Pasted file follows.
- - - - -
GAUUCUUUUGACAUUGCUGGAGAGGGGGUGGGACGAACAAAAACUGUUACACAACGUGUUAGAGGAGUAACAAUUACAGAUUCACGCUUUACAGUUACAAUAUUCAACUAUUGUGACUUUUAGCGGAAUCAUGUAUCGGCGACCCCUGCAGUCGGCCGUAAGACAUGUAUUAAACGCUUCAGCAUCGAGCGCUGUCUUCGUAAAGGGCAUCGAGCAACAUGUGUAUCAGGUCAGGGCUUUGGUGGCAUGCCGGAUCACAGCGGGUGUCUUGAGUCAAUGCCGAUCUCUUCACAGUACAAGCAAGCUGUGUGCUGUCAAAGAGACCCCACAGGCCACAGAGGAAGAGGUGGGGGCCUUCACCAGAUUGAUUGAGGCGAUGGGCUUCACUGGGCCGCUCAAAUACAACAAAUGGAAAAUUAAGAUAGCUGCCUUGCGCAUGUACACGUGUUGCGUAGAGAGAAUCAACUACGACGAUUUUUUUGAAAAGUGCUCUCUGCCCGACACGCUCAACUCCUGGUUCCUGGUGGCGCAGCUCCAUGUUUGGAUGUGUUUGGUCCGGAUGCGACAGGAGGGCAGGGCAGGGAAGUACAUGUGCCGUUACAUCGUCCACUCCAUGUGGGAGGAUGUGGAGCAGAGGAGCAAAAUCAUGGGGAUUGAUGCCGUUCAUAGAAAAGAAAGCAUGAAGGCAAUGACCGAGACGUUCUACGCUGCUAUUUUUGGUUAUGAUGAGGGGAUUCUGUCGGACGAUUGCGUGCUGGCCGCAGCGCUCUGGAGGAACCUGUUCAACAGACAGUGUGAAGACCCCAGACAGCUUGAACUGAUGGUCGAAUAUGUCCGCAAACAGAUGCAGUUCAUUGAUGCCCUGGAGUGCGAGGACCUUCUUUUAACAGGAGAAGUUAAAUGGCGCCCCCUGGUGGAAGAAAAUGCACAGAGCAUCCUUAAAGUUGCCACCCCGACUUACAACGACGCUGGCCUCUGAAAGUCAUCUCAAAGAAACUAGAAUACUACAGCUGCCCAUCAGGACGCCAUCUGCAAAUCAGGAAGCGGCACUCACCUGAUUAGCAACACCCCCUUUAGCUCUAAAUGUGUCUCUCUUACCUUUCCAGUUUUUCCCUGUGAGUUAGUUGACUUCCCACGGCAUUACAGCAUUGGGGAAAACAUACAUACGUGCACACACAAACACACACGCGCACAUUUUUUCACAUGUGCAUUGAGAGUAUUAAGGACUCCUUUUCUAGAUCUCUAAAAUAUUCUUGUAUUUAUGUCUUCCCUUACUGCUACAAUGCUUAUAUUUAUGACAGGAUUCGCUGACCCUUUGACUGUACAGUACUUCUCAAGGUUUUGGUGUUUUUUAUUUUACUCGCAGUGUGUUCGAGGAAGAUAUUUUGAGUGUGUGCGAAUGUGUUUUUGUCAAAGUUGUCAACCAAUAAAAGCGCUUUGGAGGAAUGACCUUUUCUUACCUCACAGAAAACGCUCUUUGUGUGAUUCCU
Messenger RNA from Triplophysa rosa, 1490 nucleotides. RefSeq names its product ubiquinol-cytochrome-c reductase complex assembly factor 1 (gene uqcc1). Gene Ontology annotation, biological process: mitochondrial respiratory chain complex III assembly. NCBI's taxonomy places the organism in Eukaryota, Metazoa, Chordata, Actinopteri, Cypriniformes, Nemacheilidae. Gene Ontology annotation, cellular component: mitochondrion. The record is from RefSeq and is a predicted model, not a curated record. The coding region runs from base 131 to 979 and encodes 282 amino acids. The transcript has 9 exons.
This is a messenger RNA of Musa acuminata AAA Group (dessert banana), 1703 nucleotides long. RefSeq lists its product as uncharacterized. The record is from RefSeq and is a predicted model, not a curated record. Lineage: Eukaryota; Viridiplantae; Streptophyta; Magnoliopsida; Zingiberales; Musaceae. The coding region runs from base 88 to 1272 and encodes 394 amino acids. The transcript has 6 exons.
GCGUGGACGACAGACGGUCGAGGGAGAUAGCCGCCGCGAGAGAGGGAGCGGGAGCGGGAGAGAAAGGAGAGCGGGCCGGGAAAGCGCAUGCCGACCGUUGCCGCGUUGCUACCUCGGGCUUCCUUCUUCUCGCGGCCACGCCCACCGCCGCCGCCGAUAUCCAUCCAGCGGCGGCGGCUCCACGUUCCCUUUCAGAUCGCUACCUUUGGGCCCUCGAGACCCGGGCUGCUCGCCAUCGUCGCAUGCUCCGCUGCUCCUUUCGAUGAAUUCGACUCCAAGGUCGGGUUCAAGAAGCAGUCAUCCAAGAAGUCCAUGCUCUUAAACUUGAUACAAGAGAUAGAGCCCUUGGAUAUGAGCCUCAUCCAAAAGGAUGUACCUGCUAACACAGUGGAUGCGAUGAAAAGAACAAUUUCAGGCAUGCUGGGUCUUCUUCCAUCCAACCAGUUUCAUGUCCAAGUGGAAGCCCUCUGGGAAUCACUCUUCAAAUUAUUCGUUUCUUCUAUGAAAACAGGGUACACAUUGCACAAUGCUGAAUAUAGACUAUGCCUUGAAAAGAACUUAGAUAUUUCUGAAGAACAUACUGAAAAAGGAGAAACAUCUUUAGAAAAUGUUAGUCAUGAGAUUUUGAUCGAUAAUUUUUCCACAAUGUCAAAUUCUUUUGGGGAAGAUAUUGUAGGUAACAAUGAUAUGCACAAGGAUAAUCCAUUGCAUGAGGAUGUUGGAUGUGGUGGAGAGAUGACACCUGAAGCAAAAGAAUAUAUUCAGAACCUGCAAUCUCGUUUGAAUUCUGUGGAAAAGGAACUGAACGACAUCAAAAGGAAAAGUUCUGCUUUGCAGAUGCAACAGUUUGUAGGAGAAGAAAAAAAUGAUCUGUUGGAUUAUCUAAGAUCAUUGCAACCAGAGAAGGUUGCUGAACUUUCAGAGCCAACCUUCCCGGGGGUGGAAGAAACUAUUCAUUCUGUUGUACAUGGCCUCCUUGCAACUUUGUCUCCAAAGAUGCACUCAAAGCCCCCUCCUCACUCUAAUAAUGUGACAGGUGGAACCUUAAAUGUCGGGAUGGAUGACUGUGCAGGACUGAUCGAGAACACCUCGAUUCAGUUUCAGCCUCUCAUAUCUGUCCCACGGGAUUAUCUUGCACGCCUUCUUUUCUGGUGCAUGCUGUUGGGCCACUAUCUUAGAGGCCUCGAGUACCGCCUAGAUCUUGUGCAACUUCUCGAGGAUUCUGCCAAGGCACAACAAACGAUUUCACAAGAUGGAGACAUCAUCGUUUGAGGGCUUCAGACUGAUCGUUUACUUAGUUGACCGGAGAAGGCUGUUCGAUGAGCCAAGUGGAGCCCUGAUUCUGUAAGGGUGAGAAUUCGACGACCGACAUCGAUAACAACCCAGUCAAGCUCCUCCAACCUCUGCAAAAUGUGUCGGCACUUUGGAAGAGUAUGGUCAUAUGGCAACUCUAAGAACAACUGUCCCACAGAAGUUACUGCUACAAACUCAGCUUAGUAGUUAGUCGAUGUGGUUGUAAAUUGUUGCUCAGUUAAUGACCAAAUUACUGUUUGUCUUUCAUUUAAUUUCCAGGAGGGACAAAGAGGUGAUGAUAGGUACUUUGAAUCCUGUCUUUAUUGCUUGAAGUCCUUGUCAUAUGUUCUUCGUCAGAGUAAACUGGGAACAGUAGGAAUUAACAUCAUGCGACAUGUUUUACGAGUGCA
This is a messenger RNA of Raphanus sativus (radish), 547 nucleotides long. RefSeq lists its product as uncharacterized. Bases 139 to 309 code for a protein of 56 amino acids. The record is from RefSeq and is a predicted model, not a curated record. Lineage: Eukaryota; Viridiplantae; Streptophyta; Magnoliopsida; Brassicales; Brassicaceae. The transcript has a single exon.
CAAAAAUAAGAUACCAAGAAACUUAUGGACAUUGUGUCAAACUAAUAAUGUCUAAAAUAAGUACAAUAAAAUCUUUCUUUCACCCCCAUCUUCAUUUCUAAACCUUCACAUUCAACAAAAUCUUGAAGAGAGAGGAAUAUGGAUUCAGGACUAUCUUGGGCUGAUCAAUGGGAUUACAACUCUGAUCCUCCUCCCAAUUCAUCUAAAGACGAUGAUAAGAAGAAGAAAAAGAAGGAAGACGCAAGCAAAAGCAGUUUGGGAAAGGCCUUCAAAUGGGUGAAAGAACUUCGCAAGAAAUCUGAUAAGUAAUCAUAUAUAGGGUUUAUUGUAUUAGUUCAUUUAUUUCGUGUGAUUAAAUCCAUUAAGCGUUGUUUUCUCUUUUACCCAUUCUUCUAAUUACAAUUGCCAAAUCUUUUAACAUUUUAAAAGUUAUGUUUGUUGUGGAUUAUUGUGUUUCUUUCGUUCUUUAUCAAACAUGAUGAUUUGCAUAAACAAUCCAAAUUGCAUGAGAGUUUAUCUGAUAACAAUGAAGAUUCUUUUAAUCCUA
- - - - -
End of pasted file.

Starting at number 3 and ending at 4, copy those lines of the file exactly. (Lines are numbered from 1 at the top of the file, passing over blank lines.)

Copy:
This is a messenger RNA of Musa acuminata AAA Group (dessert banana), 1703 nucleotides long. RefSeq lists its product as uncharacterized. The record is from RefSeq and is a predicted model, not a curated record. Lineage: Eukaryota; Viridiplantae; Streptophyta; Magnoliopsida; Zingiberales; Musaceae. The coding region runs from base 88 to 1272 and encodes 394 amino acids. The transcript has 6 exons.
GCGUGGACGACAGACGGUCGAGGGAGAUAGCCGCCGCGAGAGAGGGAGCGGGAGCGGGAGAGAAAGGAGAGCGGGCCGGGAAAGCGCAUGCCGACCGUUGCCGCGUUGCUACCUCGGGCUUCCUUCUUCUCGCGGCCACGCCCACCGCCGCCGCCGAUAUCCAUCCAGCGGCGGCGGCUCCACGUUCCCUUUCAGAUCGCUACCUUUGGGCCCUCGAGACCCGGGCUGCUCGCCAUCGUCGCAUGCUCCGCUGCUCCUUUCGAUGAAUUCGACUCCAAGGUCGGGUUCAAGAAGCAGUCAUCCAAGAAGUCCAUGCUCUUAAACUUGAUACAAGAGAUAGAGCCCUUGGAUAUGAGCCUCAUCCAAAAGGAUGUACCUGCUAACACAGUGGAUGCGAUGAAAAGAACAAUUUCAGGCAUGCUGGGUCUUCUUCCAUCCAACCAGUUUCAUGUCCAAGUGGAAGCCCUCUGGGAAUCACUCUUCAAAUUAUUCGUUUCUUCUAUGAAAACAGGGUACACAUUGCACAAUGCUGAAUAUAGACUAUGCCUUGAAAAGAACUUAGAUAUUUCUGAAGAACAUACUGAAAAAGGAGAAACAUCUUUAGAAAAUGUUAGUCAUGAGAUUUUGAUCGAUAAUUUUUCCACAAUGUCAAAUUCUUUUGGGGAAGAUAUUGUAGGUAACAAUGAUAUGCACAAGGAUAAUCCAUUGCAUGAGGAUGUUGGAUGUGGUGGAGAGAUGACACCUGAAGCAAAAGAAUAUAUUCAGAACCUGCAAUCUCGUUUGAAUUCUGUGGAAAAGGAACUGAACGACAUCAAAAGGAAAAGUUCUGCUUUGCAGAUGCAACAGUUUGUAGGAGAAGAAAAAAAUGAUCUGUUGGAUUAUCUAAGAUCAUUGCAACCAGAGAAGGUUGCUGAACUUUCAGAGCCAACCUUCCCGGGGGUGGAAGAAACUAUUCAUUCUGUUGUACAUGGCCUCCUUGCAACUUUGUCUCCAAAGAUGCACUCAAAGCCCCCUCCUCACUCUAAUAAUGUGACAGGUGGAACCUUAAAUGUCGGGAUGGAUGACUGUGCAGGACUGAUCGAGAACACCUCGAUUCAGUUUCAGCCUCUCAUAUCUGUCCCACGGGAUUAUCUUGCACGCCUUCUUUUCUGGUGCAUGCUGUUGGGCCACUAUCUUAGAGGCCUCGAGUACCGCCUAGAUCUUGUGCAACUUCUCGAGGAUUCUGCCAAGGCACAACAAACGAUUUCACAAGAUGGAGACAUCAUCGUUUGAGGGCUUCAGACUGAUCGUUUACUUAGUUGACCGGAGAAGGCUGUUCGAUGAGCCAAGUGGAGCCCUGAUUCUGUAAGGGUGAGAAUUCGACGACCGACAUCGAUAACAACCCAGUCAAGCUCCUCCAACCUCUGCAAAAUGUGUCGGCACUUUGGAAGAGUAUGGUCAUAUGGCAACUCUAAGAACAACUGUCCCACAGAAGUUACUGCUACAAACUCAGCUUAGUAGUUAGUCGAUGUGGUUGUAAAUUGUUGCUCAGUUAAUGACCAAAUUACUGUUUGUCUUUCAUUUAAUUUCCAGGAGGGACAAAGAGGUGAUGAUAGGUACUUUGAAUCCUGUCUUUAUUGCUUGAAGUCCUUGUCAUAUGUUCUUCGUCAGAGUAAACUGGGAACAGUAGGAAUUAACAUCAUGCGACAUGUUUUACGAGUGCA